On the plane to Boston, the woman on my left keeps punching me. She'll be sleeping soundly one moment, and in the next her body spasms and she throws her arms out to either side, one into the aisle, one into my rib cage. "Night terrors," she explains, chuckling. "Feel free to clock me right back!" I smile, turn deliberately back to my magazine. In some strange show of rebellion against my own common sense, I've bought $20 worth of magazines for the flight.
The woman dozes off again. She's a big lady, wearing clunky sandals over white cotton socks. There are a few moments of peace: she sleeps, I read, until we hit a little bump in the atmosphere and she startles again, punching me in the gut. "Oh, sorry!!" She exclaims, straightening in her seat, smoothing her skirt with her hands. I expect her to close her eyes and return to her terrors, but she doesn't. Instead, she rotates her body, turns her head to the side and studies me like a good natured auntie. Under her plump, matronly gaze, I feel my face redden as I turn the pages of Cosmo's Are You Ready for Kink cover feature. I wish I was able to just go on reading in the face of her eavesdropping, like some slightly skewed show of 21st century feminism, but I'm not. I close the magazine and shove it into the seat back, trying to seem casual, and reach under the seat to pull out a box of pizza. "Oh, wow!" she says, genuinely impressed. "You just pulled out a pizza box from under your seat! Now I've seen everything!"
The woman to my right, lucky bitch in the blessed window seat, dutifully ignores the both of us.
Boston is hard as ice. Mid-March is a monstrous time to come home to New England, yet year after year I return. In high school and college it was the ill-timed spring break; now it's just out of habit. Spring is still months away in this part of the country, buried under three feet of defiant, black rimmed, gritty snow that will cut you like a razor if you lose your footing.
I've just missed the 4:30 bus back to Vermont and have two hours to wait until the next one. It doesn't bother me; I've just flown across the entire continent in slightly over four hours, which is so ludicrously fast it feels like cheating. I park myself at the bar in Legal sea foods, order a cocktail I really think I want. It arrives syrupy, so sweet it feels like it's burning holes in my esophagus. I send it back for a beer. The bar tender eyes me with obvious annoyance, but he obliges. An older man approaches me, business suit and a Bluetooth, and wants to talk to me about my tattoo. I tell him politely to leave me alone. He shrugs, walks off.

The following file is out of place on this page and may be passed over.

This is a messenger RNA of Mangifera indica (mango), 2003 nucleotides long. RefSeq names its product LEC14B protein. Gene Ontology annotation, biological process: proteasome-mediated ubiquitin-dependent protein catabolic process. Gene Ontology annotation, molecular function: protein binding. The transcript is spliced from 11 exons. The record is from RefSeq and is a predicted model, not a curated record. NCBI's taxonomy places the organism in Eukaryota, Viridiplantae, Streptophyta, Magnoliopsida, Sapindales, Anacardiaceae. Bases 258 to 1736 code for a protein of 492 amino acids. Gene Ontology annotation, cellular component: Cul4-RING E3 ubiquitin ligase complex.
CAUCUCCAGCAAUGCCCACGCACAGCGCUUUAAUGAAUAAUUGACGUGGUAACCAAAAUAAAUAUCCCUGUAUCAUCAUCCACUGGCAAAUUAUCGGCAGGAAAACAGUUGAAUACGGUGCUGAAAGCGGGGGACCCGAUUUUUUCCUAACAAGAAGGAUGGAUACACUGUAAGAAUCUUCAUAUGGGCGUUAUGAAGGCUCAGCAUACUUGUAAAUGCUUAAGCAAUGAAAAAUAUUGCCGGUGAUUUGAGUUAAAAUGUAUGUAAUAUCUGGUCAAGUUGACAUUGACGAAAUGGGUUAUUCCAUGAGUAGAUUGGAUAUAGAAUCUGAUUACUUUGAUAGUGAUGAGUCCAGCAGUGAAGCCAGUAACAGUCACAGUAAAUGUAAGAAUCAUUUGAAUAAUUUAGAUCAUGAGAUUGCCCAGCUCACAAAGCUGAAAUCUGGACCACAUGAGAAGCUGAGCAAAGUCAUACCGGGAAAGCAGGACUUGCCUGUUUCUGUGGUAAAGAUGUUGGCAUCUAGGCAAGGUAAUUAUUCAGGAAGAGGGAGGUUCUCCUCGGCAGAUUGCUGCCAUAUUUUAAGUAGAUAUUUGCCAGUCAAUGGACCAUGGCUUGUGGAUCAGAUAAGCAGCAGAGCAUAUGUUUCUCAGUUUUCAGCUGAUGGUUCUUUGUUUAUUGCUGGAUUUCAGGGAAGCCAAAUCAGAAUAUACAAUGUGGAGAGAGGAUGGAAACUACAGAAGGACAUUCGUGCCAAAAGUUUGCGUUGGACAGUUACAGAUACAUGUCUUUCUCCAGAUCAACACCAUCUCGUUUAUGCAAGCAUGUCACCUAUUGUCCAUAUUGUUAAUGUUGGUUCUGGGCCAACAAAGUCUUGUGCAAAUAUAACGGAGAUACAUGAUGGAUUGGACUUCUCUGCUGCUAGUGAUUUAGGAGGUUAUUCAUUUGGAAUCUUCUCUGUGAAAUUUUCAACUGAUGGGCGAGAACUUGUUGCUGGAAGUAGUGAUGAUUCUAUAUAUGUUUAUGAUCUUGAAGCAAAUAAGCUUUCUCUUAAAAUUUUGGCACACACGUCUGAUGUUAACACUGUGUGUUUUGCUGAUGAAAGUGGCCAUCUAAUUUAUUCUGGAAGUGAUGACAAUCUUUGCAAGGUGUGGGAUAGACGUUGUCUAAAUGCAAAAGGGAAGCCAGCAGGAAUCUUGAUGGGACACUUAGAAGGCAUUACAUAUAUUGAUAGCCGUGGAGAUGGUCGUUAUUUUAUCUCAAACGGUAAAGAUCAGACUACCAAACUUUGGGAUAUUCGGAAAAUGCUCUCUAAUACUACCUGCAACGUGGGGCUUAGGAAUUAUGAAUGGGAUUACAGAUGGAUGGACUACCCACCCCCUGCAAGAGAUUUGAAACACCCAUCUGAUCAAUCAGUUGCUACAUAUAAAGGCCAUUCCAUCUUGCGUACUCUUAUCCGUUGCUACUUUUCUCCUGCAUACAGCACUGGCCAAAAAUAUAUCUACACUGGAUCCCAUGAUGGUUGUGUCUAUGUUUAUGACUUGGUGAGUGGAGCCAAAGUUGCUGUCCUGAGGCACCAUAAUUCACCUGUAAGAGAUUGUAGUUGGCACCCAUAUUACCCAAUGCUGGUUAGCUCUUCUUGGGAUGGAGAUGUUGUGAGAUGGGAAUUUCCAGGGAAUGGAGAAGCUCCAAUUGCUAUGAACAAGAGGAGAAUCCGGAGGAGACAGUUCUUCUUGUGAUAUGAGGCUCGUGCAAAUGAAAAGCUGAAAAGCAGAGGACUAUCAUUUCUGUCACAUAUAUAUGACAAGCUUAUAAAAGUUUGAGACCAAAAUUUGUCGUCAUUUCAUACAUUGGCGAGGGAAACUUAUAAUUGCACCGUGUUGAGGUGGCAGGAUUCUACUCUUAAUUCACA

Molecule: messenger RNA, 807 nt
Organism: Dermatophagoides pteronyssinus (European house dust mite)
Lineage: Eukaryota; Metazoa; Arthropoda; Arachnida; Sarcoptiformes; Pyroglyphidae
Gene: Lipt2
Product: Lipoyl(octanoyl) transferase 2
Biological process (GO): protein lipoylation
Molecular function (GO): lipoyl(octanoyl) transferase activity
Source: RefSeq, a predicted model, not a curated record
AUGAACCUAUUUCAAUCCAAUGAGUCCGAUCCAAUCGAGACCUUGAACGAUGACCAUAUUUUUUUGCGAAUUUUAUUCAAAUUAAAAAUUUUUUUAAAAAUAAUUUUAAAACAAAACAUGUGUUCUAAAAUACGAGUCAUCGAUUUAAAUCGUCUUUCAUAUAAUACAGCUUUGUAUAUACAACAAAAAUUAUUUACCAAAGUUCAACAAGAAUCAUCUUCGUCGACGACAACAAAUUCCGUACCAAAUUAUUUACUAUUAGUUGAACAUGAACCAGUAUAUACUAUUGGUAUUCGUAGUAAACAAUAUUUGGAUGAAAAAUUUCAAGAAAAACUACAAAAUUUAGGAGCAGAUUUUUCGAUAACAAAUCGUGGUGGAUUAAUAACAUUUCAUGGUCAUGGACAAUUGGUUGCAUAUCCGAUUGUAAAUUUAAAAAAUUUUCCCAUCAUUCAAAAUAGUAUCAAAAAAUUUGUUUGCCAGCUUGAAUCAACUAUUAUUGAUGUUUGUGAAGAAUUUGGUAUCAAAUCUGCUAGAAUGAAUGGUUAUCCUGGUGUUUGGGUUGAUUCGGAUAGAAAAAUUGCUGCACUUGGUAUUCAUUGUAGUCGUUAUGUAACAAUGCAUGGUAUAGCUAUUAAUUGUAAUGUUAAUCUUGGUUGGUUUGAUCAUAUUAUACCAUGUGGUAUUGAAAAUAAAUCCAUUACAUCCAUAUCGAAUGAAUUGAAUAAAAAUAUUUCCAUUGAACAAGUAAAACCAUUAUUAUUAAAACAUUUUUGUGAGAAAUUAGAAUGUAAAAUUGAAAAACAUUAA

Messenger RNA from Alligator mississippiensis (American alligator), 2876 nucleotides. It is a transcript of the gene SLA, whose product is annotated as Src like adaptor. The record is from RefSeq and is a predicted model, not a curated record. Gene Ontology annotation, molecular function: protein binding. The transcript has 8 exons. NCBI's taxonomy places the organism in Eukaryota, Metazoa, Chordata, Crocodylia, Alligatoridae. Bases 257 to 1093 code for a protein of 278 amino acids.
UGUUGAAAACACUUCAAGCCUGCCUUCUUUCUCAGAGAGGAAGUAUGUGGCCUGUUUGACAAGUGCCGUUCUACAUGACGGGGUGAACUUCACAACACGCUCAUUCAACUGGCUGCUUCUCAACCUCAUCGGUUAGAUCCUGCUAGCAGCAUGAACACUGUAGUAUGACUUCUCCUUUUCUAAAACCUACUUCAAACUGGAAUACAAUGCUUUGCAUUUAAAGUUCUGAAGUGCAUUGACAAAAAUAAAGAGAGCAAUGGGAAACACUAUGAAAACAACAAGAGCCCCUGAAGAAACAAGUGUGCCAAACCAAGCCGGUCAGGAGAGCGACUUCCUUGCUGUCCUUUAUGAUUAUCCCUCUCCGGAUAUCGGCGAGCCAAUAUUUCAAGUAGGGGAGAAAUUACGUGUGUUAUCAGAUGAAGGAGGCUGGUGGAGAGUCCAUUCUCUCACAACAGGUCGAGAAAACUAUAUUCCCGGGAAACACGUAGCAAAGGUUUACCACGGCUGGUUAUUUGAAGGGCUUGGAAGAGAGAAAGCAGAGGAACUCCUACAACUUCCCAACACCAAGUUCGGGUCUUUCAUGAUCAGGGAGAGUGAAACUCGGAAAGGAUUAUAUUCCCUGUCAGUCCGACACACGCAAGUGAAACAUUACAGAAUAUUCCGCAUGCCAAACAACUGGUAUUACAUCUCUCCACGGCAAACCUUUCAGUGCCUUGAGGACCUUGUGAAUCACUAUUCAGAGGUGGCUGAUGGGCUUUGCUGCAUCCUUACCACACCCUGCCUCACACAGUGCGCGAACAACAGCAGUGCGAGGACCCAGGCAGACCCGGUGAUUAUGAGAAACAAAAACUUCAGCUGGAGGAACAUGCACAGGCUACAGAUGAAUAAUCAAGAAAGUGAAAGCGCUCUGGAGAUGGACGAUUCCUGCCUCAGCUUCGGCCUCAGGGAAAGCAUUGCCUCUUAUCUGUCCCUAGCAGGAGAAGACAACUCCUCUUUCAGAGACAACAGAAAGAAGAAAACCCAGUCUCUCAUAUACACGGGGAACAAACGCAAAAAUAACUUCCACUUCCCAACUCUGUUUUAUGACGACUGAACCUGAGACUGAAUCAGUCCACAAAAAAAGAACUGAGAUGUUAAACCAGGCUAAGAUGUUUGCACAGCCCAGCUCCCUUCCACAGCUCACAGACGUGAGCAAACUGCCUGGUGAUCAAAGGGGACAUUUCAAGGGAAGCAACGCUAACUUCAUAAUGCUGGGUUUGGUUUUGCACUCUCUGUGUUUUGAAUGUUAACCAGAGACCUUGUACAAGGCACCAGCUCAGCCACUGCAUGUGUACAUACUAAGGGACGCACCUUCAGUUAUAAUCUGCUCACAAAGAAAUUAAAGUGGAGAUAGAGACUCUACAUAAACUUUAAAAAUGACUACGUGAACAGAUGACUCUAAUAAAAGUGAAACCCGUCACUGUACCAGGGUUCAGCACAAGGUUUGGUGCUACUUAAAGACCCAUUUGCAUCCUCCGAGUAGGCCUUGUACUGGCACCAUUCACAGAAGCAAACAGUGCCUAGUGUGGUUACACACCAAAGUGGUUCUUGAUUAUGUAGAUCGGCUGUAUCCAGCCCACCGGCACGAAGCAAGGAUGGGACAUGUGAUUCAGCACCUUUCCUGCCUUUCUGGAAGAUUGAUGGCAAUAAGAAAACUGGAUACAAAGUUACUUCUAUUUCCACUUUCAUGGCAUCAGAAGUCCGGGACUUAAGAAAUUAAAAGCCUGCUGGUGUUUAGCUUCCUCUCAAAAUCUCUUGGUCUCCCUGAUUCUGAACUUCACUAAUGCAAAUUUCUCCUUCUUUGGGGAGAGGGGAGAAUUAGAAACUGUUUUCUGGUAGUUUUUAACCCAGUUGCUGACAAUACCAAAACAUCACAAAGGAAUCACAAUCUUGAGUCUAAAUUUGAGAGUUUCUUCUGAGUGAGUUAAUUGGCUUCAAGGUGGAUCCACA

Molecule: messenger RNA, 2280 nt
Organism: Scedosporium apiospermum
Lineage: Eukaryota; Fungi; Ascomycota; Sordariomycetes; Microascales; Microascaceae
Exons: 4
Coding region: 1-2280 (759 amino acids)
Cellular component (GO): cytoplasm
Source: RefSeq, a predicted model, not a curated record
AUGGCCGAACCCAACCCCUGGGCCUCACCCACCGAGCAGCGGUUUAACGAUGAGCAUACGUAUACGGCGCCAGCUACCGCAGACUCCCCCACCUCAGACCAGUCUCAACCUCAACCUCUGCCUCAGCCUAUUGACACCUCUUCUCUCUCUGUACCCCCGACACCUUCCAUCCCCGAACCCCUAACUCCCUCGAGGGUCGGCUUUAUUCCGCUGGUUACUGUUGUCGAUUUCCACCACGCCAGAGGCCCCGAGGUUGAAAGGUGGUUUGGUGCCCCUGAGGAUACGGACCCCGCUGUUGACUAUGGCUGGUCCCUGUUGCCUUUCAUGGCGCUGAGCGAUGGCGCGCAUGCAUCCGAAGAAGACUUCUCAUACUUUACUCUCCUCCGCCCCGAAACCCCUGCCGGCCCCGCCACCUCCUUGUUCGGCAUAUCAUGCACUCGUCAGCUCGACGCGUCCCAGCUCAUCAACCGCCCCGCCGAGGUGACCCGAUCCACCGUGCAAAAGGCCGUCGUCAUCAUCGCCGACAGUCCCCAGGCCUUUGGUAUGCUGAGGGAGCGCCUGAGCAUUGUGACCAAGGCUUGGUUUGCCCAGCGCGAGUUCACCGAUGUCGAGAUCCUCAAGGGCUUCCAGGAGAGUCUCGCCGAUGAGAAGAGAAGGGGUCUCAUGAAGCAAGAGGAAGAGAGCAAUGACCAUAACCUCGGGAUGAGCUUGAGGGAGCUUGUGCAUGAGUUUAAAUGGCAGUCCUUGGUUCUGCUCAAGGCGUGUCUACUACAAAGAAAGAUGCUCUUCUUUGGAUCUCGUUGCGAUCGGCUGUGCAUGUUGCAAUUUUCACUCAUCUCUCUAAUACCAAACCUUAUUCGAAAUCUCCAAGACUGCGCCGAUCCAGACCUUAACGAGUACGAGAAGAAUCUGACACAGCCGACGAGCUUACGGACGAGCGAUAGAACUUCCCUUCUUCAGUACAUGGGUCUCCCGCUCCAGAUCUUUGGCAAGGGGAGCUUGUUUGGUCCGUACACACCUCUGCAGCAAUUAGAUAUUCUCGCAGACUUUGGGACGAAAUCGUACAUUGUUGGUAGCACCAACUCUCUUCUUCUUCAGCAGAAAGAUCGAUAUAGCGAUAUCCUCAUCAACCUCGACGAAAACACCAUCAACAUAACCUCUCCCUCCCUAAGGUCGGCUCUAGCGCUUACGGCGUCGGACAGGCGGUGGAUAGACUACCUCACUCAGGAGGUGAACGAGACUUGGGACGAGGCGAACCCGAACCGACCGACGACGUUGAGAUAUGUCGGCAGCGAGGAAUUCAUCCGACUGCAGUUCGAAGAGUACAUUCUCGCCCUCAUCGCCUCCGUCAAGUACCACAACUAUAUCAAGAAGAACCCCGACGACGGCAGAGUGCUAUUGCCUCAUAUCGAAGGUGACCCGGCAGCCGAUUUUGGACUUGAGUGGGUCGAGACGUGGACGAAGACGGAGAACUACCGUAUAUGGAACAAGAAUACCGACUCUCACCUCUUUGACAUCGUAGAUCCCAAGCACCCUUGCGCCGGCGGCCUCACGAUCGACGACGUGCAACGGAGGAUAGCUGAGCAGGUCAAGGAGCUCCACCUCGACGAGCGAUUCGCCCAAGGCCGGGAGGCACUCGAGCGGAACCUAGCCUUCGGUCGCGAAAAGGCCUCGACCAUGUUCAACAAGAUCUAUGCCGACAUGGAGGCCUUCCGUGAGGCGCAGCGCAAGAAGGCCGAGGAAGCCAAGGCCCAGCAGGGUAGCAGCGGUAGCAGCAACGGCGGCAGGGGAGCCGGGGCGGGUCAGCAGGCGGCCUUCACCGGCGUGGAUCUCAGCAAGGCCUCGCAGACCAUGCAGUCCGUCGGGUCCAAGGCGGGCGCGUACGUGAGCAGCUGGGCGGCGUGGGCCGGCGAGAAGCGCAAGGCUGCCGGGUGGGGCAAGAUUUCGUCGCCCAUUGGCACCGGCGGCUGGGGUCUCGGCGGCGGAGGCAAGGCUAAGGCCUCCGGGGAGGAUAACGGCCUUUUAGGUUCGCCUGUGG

With twenty minutes until the bus (I am fastidiously timely when I travel- only when I travel-) I lope out to the lower level of Logan airport, terminal C, and lower myself on the one portion of a bench that is not covered in spilled, gelatinous coke. I throw my feet over my backpack and open the magazine again, finally, grateful of my anonymity.
Cosmo suggests one watches Lady Gaga's music video Alejandro to gauge one's comfort level with moderate levels of Kink.
The feathery grey twilight slips away, and the cold takes a more definite stance in the air. I look up hopefully with every loud, steaming commuter bus that pulls up in front of me: Concord, Framingham, Manchester, Cape Cod. One by one, drivers hop out to the curb and call out the destinations with caustic Boston accents. Manchetsta- Con'cud. The people around me climb on board and head off to different corners of New England.
My bus is late- first by twenty minutes, then by an hour, then by two. The Dartmouth Coach has never been late, ever, to my knowledge. I have to go to the bathroom, so badly, it's like being a little kid again. But I can't go. I can't risk being absent during the twenty seconds when the bus arrives. I give up waiting on the bench, it's below freezing now, and snowing. Inside the sliding glass doors, others bound for Vermont wait in silence. Stoic New Englanders, they just stand there, waiting. The bus will get here when it does. Even the kids stand there, hands on tiny wheeled suit cases, faces slack.
When it finally arrives, two drivers hop out. "Sorry folks!" one shouts. "This is Chahlie. Chalie's bus broke down, folks. He had to jump on mine. Don't blame me about this, it's not my fault." Then, after a considerable pause- "It's not Chahlie's fault eitha'."
As we drive North, the snowstorm gets heavier. We crawl along in the left lane and I rest my cheek against the cold glass, road vibrations bumping me into a trance. No one is speaking. All that can be heard is the steady sweep sweep sweep of wiper blades against the windshield. The world outside is thick with snowflakes and unrecognizable: somewhere between Boston and Lebanon, New Hampshire. All I know, is that every minute takes me some place closer to home than I was the minute before.